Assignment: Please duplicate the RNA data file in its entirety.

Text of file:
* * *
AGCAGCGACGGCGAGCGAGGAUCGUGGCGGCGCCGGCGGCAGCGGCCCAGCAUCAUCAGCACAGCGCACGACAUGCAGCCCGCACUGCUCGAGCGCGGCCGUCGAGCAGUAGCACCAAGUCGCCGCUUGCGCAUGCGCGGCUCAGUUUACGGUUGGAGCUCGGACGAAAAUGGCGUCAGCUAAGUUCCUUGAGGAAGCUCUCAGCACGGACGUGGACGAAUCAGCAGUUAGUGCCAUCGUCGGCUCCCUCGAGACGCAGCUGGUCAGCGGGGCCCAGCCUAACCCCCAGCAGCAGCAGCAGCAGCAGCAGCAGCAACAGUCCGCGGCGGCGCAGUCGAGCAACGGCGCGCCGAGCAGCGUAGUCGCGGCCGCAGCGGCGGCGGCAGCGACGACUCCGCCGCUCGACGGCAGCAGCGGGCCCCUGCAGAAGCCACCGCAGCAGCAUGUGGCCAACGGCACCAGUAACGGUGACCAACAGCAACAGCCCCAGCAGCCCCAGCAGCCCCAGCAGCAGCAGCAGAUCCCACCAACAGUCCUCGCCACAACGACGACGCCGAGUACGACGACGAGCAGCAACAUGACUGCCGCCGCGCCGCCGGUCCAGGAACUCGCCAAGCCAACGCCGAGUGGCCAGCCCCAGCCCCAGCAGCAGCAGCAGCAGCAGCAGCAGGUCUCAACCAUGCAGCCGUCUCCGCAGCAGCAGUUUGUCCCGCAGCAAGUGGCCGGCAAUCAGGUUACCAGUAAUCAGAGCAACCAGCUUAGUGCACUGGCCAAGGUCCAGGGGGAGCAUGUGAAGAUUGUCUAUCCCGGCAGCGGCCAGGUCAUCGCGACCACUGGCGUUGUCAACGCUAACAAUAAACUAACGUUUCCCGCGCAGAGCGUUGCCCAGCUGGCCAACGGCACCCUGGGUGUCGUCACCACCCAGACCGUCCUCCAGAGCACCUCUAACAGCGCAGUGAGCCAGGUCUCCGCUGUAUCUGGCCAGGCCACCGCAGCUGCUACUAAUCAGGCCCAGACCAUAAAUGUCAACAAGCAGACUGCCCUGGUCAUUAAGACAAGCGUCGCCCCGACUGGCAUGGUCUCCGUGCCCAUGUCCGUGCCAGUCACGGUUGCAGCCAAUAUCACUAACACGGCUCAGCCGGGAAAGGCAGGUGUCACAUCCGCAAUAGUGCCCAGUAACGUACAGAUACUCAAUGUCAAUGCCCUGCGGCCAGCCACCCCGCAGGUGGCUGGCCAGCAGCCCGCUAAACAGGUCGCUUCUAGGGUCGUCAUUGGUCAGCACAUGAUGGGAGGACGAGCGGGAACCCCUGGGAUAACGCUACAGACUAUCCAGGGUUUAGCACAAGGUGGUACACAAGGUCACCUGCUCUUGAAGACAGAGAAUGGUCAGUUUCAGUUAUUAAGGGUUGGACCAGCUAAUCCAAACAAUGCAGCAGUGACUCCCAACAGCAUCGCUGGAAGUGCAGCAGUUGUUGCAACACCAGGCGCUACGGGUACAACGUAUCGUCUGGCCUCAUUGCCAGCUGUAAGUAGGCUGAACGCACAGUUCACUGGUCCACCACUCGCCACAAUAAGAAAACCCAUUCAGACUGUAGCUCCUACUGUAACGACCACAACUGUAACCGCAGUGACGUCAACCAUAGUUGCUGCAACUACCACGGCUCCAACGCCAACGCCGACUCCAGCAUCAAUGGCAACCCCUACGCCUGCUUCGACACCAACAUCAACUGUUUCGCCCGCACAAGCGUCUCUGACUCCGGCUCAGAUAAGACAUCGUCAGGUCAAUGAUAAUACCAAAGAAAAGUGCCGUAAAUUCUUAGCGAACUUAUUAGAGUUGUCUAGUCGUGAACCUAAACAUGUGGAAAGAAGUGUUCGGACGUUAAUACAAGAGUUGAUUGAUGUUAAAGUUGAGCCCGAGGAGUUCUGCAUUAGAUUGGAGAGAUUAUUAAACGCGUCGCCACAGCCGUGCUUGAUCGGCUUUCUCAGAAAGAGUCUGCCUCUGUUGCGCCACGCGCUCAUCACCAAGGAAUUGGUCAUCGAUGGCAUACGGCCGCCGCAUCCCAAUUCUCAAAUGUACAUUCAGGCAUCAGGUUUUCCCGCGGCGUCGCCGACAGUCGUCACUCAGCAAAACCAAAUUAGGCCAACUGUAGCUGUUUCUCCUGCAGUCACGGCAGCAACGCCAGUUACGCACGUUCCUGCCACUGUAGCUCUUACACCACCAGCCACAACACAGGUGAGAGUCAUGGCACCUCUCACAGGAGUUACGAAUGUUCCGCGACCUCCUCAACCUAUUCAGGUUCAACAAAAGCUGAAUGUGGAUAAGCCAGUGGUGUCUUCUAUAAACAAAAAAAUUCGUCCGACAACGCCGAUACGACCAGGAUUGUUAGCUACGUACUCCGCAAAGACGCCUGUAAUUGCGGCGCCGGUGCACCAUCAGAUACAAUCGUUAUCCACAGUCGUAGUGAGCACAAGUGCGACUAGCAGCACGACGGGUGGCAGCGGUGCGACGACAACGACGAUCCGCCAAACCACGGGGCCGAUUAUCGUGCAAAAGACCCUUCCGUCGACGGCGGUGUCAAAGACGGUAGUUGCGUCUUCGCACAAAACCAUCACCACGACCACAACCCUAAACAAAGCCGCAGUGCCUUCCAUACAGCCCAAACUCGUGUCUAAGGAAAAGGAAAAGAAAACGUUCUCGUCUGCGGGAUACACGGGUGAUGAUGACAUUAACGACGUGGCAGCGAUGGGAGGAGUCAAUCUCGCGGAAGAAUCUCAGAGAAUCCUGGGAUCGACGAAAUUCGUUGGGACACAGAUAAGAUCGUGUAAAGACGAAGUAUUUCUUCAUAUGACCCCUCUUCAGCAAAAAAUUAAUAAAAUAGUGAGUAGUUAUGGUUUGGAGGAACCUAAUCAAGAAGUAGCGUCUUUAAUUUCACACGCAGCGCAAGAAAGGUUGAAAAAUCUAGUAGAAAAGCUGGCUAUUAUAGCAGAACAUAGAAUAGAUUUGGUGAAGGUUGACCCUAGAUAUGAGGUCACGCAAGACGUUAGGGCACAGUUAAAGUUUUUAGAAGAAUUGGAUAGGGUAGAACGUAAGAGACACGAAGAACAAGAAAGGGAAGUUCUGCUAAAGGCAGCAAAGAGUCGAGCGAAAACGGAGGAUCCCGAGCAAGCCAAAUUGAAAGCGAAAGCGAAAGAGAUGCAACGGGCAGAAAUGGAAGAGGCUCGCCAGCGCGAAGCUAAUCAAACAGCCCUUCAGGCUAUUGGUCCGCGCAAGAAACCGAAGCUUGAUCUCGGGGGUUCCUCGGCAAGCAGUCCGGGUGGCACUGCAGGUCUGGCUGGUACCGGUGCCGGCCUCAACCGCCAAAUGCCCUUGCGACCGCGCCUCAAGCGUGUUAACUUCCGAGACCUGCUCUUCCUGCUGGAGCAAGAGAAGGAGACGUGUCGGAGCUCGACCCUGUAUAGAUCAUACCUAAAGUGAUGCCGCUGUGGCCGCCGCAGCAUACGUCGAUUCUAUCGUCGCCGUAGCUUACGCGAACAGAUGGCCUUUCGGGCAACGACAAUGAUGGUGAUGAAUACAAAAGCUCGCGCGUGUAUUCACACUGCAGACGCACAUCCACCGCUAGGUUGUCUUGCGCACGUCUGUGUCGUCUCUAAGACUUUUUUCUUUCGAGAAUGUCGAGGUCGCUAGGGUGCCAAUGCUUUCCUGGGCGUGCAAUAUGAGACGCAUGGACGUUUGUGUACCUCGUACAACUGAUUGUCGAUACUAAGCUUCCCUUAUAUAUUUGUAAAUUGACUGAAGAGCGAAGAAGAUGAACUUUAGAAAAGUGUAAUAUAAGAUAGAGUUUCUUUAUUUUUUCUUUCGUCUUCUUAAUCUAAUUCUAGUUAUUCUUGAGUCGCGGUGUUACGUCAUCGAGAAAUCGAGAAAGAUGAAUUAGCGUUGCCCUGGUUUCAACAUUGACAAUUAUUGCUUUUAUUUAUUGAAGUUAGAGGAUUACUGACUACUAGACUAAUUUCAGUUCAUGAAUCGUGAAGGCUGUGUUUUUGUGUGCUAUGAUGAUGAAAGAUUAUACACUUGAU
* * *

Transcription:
AGCAGCGACGGCGAGCGAGGAUCGUGGCGGCGCCGGCGGCAGCGGCCCAGCAUCAUCAGCACAGCGCACGACAUGCAGCCCGCACUGCUCGAGCGCGGCCGUCGAGCAGUAGCACCAAGUCGCCGCUUGCGCAUGCGCGGCUCAGUUUACGGUUGGAGCUCGGACGAAAAUGGCGUCAGCUAAGUUCCUUGAGGAAGCUCUCAGCACGGACGUGGACGAAUCAGCAGUUAGUGCCAUCGUCGGCUCCCUCGAGACGCAGCUGGUCAGCGGGGCCCAGCCUAACCCCCAGCAGCAGCAGCAGCAGCAGCAGCAGCAACAGUCCGCGGCGGCGCAGUCGAGCAACGGCGCGCCGAGCAGCGUAGUCGCGGCCGCAGCGGCGGCGGCAGCGACGACUCCGCCGCUCGACGGCAGCAGCGGGCCCCUGCAGAAGCCACCGCAGCAGCAUGUGGCCAACGGCACCAGUAACGGUGACCAACAGCAACAGCCCCAGCAGCCCCAGCAGCCCCAGCAGCAGCAGCAGAUCCCACCAACAGUCCUCGCCACAACGACGACGCCGAGUACGACGACGAGCAGCAACAUGACUGCCGCCGCGCCGCCGGUCCAGGAACUCGCCAAGCCAACGCCGAGUGGCCAGCCCCAGCCCCAGCAGCAGCAGCAGCAGCAGCAGCAGGUCUCAACCAUGCAGCCGUCUCCGCAGCAGCAGUUUGUCCCGCAGCAAGUGGCCGGCAAUCAGGUUACCAGUAAUCAGAGCAACCAGCUUAGUGCACUGGCCAAGGUCCAGGGGGAGCAUGUGAAGAUUGUCUAUCCCGGCAGCGGCCAGGUCAUCGCGACCACUGGCGUUGUCAACGCUAACAAUAAACUAACGUUUCCCGCGCAGAGCGUUGCCCAGCUGGCCAACGGCACCCUGGGUGUCGUCACCACCCAGACCGUCCUCCAGAGCACCUCUAACAGCGCAGUGAGCCAGGUCUCCGCUGUAUCUGGCCAGGCCACCGCAGCUGCUACUAAUCAGGCCCAGACCAUAAAUGUCAACAAGCAGACUGCCCUGGUCAUUAAGACAAGCGUCGCCCCGACUGGCAUGGUCUCCGUGCCCAUGUCCGUGCCAGUCACGGUUGCAGCCAAUAUCACUAACACGGCUCAGCCGGGAAAGGCAGGUGUCACAUCCGCAAUAGUGCCCAGUAACGUACAGAUACUCAAUGUCAAUGCCCUGCGGCCAGCCACCCCGCAGGUGGCUGGCCAGCAGCCCGCUAAACAGGUCGCUUCUAGGGUCGUCAUUGGUCAGCACAUGAUGGGAGGACGAGCGGGAACCCCUGGGAUAACGCUACAGACUAUCCAGGGUUUAGCACAAGGUGGUACACAAGGUCACCUGCUCUUGAAGACAGAGAAUGGUCAGUUUCAGUUAUUAAGGGUUGGACCAGCUAAUCCAAACAAUGCAGCAGUGACUCCCAACAGCAUCGCUGGAAGUGCAGCAGUUGUUGCAACACCAGGCGCUACGGGUACAACGUAUCGUCUGGCCUCAUUGCCAGCUGUAAGUAGGCUGAACGCACAGUUCACUGGUCCACCACUCGCCACAAUAAGAAAACCCAUUCAGACUGUAGCUCCUACUGUAACGACCACAACUGUAACCGCAGUGACGUCAACCAUAGUUGCUGCAACUACCACGGCUCCAACGCCAACGCCGACUCCAGCAUCAAUGGCAACCCCUACGCCUGCUUCGACACCAACAUCAACUGUUUCGCCCGCACAAGCGUCUCUGACUCCGGCUCAGAUAAGACAUCGUCAGGUCAAUGAUAAUACCAAAGAAAAGUGCCGUAAAUUCUUAGCGAACUUAUUAGAGUUGUCUAGUCGUGAACCUAAACAUGUGGAAAGAAGUGUUCGGACGUUAAUACAAGAGUUGAUUGAUGUUAAAGUUGAGCCCGAGGAGUUCUGCAUUAGAUUGGAGAGAUUAUUAAACGCGUCGCCACAGCCGUGCUUGAUCGGCUUUCUCAGAAAGAGUCUGCCUCUGUUGCGCCACGCGCUCAUCACCAAGGAAUUGGUCAUCGAUGGCAUACGGCCGCCGCAUCCCAAUUCUCAAAUGUACAUUCAGGCAUCAGGUUUUCCCGCGGCGUCGCCGACAGUCGUCACUCAGCAAAACCAAAUUAGGCCAACUGUAGCUGUUUCUCCUGCAGUCACGGCAGCAACGCCAGUUACGCACGUUCCUGCCACUGUAGCUCUUACACCACCAGCCACAACACAGGUGAGAGUCAUGGCACCUCUCACAGGAGUUACGAAUGUUCCGCGACCUCCUCAACCUAUUCAGGUUCAACAAAAGCUGAAUGUGGAUAAGCCAGUGGUGUCUUCUAUAAACAAAAAAAUUCGUCCGACAACGCCGAUACGACCAGGAUUGUUAGCUACGUACUCCGCAAAGACGCCUGUAAUUGCGGCGCCGGUGCACCAUCAGAUACAAUCGUUAUCCACAGUCGUAGUGAGCACAAGUGCGACUAGCAGCACGACGGGUGGCAGCGGUGCGACGACAACGACGAUCCGCCAAACCACGGGGCCGAUUAUCGUGCAAAAGACCCUUCCGUCGACGGCGGUGUCAAAGACGGUAGUUGCGUCUUCGCACAAAACCAUCACCACGACCACAACCCUAAACAAAGCCGCAGUGCCUUCCAUACAGCCCAAACUCGUGUCUAAGGAAAAGGAAAAGAAAACGUUCUCGUCUGCGGGAUACACGGGUGAUGAUGACAUUAACGACGUGGCAGCGAUGGGAGGAGUCAAUCUCGCGGAAGAAUCUCAGAGAAUCCUGGGAUCGACGAAAUUCGUUGGGACACAGAUAAGAUCGUGUAAAGACGAAGUAUUUCUUCAUAUGACCCCUCUUCAGCAAAAAAUUAAUAAAAUAGUGAGUAGUUAUGGUUUGGAGGAACCUAAUCAAGAAGUAGCGUCUUUAAUUUCACACGCAGCGCAAGAAAGGUUGAAAAAUCUAGUAGAAAAGCUGGCUAUUAUAGCAGAACAUAGAAUAGAUUUGGUGAAGGUUGACCCUAGAUAUGAGGUCACGCAAGACGUUAGGGCACAGUUAAAGUUUUUAGAAGAAUUGGAUAGGGUAGAACGUAAGAGACACGAAGAACAAGAAAGGGAAGUUCUGCUAAAGGCAGCAAAGAGUCGAGCGAAAACGGAGGAUCCCGAGCAAGCCAAAUUGAAAGCGAAAGCGAAAGAGAUGCAACGGGCAGAAAUGGAAGAGGCUCGCCAGCGCGAAGCUAAUCAAACAGCCCUUCAGGCUAUUGGUCCGCGCAAGAAACCGAAGCUUGAUCUCGGGGGUUCCUCGGCAAGCAGUCCGGGUGGCACUGCAGGUCUGGCUGGUACCGGUGCCGGCCUCAACCGCCAAAUGCCCUUGCGACCGCGCCUCAAGCGUGUUAACUUCCGAGACCUGCUCUUCCUGCUGGAGCAAGAGAAGGAGACGUGUCGGAGCUCGACCCUGUAUAGAUCAUACCUAAAGUGAUGCCGCUGUGGCCGCCGCAGCAUACGUCGAUUCUAUCGUCGCCGUAGCUUACGCGAACAGAUGGCCUUUCGGGCAACGACAAUGAUGGUGAUGAAUACAAAAGCUCGCGCGUGUAUUCACACUGCAGACGCACAUCCACCGCUAGGUUGUCUUGCGCACGUCUGUGUCGUCUCUAAGACUUUUUUCUUUCGAGAAUGUCGAGGUCGCUAGGGUGCCAAUGCUUUCCUGGGCGUGCAAUAUGAGACGCAUGGACGUUUGUGUACCUCGUACAACUGAUUGUCGAUACUAAGCUUCCCUUAUAUAUUUGUAAAUUGACUGAAGAGCGAAGAAGAUGAACUUUAGAAAAGUGUAAUAUAAGAUAGAGUUUCUUUAUUUUUUCUUUCGUCUUCUUAAUCUAAUUCUAGUUAUUCUUGAGUCGCGGUGUUACGUCAUCGAGAAAUCGAGAAAGAUGAAUUAGCGUUGCCCUGGUUUCAACAUUGACAAUUAUUGCUUUUAUUUAUUGAAGUUAGAGGAUUACUGACUACUAGACUAAUUUCAGUUCAUGAAUCGUGAAGGCUGUGUUUUUGUGUGCUAUGAUGAUGAAAGAUUAUACACUUGAU